We were surprised to find that the smaller of the two tablets we fondled failed to have Android 4.2 on board. Instead it was loaded up with Ice Cream Sandwich, which the slate's dual-core OMAP silicon kept humming smoothly during our brief time with it. Like its 10-inch sibling we saw last year, its matte screen mutes colors while it reduces glare. While the strap on the back is an optional accessory, we see its appeal for securing the device in hand, and fully expect it'll be a popular add-on for enterprise customers.
Meanwhile, the Windows 8 slate's screen was a bit brighter and more vibrant, and its Core i5 had us swiping through the OS's tiles even more smoothly than its smaller stablemate. Build quality was, of course extremely solid, but results in a tablet with considerable heft. If you'd like to see the two Toughpads in action, a pair of videos await after the break.
Mark Hearn contributed to this article.
Filed under: Tablets
Panasonic's launching a pair of Toughpads that'll take none of your nonsense -- no matter what you throw at it. The FZ-G1 is a 10-inch version that runs Windows 8 Pro, while the seven-inch JT-B1 runs Ice Cream Sandwich. Both are following in the footsteps of the Honeycomb-running A1 and B1 that arrived back in 2011. Both are ruggedized to MilSpec standard 810G and should withstand immersion in water, have daylight viewable screens and the larger of the pair can even use a stylus with third-party apps.
The FG-Z1 10-inch Windows Machine has a 1,920 x 1,200 display and is packing a 1.9GHz Ivy Bridge Intel Core i5-3437U vPro CPU, a 128GB SSD (upgradeable to 256GB), up to 8GB of RAM an eight-hour battery and an optional microSD slot. Connectivity-wise, there's USB 3.0 and 2.0 ports, Bluetooth 4.0, 802.11 a/b/g/n WiFi and optional Verizon LTE or 3G. The JT-B1, on the other hand, has a 1,024 x 600 display and runs a 1.5GHz dual-core TI OMAP 4660, 16GB storage and 1GB RAM, built-in microSD slot, 13-megapixel rear and 1.3-megapixel forward facing cameras and an eight hour, 5,720mAh battery.
The larger of the pair will be available in March and will set you back $2,900, while the smaller one will arrive in February and will cost $1,300. Interested in knowing more, or just curious if you can use the hardware to knock down a few walls? Head on past the break for some PR.
Gallery: Toughpad FZ-G1
Gallery: Toughpad JT-B1
Filed under: Tablets
Throwing its hand in to the ever-expanding range of neon-colored rubber-edged 'family' tablets, Ematic has announced its Funtab series of tablets -- all running Android 4.0. They will also arrive with the company's kid-friendly Zoodles mode. First up, the Funtab XL ($150) is a 9.7-inch touchscreen for multimedia consumption, with a 1.2GHz processor, and 16GB of internal storage. There's also HDMI mirroring to connect the tablet to HDTVs, while there's two (unspecified) cameras peering out from the front and rear.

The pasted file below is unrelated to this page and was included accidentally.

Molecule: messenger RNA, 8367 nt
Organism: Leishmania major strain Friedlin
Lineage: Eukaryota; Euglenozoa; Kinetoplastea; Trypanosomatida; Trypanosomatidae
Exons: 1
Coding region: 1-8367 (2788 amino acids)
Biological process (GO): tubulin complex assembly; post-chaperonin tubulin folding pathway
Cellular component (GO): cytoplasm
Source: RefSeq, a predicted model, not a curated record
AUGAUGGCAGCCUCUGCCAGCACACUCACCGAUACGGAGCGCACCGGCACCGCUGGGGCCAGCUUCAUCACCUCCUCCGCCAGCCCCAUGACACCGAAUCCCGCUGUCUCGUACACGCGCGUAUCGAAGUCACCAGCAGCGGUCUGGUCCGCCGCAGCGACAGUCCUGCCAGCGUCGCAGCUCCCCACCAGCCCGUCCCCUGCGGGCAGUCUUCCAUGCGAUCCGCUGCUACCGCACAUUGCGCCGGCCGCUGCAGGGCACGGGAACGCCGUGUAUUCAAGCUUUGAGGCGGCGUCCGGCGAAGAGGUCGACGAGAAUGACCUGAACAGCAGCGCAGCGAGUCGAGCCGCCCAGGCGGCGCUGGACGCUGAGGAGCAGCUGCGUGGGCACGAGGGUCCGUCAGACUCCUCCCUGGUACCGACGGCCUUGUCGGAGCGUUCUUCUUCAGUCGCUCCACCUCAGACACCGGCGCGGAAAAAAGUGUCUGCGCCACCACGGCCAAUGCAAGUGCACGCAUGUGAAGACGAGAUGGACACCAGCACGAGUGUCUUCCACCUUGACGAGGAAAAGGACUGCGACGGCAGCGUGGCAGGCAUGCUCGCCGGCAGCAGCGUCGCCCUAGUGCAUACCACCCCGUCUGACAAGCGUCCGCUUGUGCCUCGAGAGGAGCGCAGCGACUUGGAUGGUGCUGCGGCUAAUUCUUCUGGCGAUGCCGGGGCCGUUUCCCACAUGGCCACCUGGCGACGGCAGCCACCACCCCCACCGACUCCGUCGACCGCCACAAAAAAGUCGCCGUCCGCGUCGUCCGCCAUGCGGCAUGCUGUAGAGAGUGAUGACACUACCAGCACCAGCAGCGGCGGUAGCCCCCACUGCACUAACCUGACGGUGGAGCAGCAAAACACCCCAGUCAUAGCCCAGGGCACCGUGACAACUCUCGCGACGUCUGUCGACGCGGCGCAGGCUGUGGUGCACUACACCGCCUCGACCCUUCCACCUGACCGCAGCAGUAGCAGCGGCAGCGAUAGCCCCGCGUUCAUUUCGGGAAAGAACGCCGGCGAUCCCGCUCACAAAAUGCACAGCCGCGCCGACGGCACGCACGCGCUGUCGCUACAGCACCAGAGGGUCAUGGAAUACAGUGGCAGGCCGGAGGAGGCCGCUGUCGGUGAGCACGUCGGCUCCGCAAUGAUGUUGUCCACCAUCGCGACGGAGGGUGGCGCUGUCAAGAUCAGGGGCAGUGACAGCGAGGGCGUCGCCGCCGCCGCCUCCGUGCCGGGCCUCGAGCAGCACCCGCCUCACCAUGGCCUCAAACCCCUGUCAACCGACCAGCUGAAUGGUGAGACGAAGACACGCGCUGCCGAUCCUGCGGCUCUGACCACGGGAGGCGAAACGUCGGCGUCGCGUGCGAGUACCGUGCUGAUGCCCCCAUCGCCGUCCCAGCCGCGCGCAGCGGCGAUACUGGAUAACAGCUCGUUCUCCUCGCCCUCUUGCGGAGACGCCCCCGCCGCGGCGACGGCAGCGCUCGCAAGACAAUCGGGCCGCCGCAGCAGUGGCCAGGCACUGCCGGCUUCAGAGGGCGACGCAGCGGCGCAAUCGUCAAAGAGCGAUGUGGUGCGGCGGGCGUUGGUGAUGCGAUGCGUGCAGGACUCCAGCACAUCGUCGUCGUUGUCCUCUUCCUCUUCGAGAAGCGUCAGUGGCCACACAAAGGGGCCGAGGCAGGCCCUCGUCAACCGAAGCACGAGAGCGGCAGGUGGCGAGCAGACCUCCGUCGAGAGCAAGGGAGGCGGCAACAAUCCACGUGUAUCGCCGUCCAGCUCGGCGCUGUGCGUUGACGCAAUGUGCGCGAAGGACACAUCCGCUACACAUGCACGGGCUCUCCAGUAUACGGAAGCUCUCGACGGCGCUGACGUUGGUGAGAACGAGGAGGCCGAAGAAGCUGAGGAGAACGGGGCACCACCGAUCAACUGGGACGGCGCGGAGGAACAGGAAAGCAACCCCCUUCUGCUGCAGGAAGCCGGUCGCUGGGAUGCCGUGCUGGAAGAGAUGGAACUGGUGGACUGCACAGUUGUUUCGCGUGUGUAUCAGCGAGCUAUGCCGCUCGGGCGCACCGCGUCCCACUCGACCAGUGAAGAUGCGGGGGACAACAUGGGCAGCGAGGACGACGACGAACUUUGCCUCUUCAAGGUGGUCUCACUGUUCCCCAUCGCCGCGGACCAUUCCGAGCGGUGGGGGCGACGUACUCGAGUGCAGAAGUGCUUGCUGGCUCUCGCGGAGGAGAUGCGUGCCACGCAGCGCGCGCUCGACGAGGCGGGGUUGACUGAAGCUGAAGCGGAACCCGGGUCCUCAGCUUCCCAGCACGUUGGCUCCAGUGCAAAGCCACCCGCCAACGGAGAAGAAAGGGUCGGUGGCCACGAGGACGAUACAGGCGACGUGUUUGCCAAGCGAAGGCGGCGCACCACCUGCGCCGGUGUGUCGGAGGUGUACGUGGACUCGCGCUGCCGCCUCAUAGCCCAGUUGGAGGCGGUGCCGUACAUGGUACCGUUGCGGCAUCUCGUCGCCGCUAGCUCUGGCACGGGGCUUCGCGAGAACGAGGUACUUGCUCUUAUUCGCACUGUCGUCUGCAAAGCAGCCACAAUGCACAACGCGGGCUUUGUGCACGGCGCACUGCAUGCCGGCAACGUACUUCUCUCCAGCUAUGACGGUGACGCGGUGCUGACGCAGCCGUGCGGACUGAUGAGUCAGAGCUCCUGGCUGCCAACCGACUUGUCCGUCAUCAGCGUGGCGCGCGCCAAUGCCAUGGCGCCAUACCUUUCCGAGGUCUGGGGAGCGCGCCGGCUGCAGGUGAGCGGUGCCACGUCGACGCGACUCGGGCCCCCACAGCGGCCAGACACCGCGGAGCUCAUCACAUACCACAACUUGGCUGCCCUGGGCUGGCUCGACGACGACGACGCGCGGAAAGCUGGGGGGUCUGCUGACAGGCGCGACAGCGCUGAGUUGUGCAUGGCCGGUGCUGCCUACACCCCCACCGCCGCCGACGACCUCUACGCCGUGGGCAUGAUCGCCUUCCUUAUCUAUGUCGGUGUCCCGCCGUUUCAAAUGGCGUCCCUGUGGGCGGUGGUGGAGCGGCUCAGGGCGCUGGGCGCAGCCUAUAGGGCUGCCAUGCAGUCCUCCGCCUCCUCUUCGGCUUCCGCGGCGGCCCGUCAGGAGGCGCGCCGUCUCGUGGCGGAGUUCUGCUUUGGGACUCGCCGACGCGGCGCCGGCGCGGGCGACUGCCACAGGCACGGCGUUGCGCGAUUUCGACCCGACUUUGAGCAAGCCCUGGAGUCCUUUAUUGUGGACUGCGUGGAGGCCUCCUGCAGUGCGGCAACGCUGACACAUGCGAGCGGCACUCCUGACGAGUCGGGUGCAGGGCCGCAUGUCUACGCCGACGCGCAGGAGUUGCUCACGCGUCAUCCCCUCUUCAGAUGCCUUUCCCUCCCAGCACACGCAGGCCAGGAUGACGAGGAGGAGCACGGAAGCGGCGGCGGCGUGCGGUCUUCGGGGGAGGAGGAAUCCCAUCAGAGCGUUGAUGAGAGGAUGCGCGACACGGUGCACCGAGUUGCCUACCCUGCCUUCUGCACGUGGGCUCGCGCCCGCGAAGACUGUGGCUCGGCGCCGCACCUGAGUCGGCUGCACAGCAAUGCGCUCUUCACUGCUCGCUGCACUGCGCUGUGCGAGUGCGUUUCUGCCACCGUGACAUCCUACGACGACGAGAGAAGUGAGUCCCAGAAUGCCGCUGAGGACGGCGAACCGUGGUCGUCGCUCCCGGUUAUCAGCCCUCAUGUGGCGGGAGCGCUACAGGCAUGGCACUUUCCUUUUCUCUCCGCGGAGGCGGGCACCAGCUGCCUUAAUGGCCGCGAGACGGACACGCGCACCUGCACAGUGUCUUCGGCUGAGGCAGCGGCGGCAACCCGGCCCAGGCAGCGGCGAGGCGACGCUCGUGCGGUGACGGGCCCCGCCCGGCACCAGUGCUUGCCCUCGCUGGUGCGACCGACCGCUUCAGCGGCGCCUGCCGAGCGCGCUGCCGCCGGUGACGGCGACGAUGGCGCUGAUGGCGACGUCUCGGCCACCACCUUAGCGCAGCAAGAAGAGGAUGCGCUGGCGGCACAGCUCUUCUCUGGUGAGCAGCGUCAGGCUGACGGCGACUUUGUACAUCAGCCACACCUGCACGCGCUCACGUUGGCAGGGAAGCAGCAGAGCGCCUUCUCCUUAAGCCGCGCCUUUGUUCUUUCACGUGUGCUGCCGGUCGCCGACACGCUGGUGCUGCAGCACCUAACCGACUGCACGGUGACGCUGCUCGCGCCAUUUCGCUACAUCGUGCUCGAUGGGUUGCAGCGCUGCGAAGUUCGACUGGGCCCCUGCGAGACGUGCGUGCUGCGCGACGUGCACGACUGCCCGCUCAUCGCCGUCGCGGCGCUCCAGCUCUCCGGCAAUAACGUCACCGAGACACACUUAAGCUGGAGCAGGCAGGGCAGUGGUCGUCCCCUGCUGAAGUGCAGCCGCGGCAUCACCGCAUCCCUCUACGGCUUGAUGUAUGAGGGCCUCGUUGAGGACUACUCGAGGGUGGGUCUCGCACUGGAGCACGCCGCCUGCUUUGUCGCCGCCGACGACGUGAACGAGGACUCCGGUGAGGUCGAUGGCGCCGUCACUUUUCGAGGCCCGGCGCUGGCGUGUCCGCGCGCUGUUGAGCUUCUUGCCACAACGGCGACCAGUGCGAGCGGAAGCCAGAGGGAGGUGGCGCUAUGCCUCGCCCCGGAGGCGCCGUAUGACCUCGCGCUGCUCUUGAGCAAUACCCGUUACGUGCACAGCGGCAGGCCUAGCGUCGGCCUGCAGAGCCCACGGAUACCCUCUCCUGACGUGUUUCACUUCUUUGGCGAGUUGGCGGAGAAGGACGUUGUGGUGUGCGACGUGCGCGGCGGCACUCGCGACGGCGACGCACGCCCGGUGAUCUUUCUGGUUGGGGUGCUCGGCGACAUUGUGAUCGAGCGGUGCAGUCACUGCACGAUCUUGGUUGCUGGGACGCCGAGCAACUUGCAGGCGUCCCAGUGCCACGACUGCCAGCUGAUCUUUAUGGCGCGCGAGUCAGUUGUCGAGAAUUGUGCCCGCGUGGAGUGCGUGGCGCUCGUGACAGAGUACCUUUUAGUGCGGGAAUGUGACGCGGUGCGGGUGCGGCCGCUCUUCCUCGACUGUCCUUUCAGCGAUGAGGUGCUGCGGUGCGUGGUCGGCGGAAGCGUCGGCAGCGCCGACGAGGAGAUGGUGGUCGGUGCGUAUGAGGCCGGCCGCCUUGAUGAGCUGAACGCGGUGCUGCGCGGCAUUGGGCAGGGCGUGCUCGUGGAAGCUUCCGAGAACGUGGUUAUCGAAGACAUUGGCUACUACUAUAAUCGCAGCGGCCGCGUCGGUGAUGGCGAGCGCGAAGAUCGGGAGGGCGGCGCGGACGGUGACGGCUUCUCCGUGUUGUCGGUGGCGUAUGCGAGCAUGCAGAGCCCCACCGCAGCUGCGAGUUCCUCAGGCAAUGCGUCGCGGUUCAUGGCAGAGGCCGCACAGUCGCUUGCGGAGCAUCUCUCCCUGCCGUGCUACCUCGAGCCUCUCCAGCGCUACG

Next up, both the FunTab ($120) and the FunTab Pro ($150) run on 7-inch capacitive screens, with the differences being the processor (the Pro version has a slower 1GHz processor versus the standard's 1.2GHz) and the Pro's ability to beam content through HDMI. The Pro version also has interchangeable faceplates -- because nothing says professional quite like a hot pink border.
The smallest member, the FunTab Mini, pairs a 4.3-inch screen with a 1GHz processor and 4GB of storage. At 480 x 272 resolution, the screen is a little weedy, but it'll also only hit your wallet for 60 bucks. The range is available across Walmart's bricks-and-mortar stores and online.
Follow all the latest CES 2013 news at our event hub.
Filed under: Tablets
What defines ambition? Maybe it's building an Android tablet after first setting out to build a Bluetooth gaming controller. That seems to be the backstory behind the Unu, a pair of seven and 10-inch gaming tablets that started life as the Snakebyte gamepad. The German made tablet is built to take the role of game console, music player, internet device and Smart TV, packing in a TV docking station, a whitewashed variation of the original Snakebyte game controller and a qwerty-equipped air mouse. The tablet is also said to include a proprietary UI for easy navigation and a button mapping app for games without native controller support. Technical specifications, availability and price details are scarce, but Sunflex CEO Mike Steup seems confident it'll impress. "It's the entertainment center of tomorrow," he says, explaining that the Unu will be available sometime in 2013. Luckily, the slab seems to be making an appearance at CES - we'll let you know if we can scrounge up some more info on the show floor.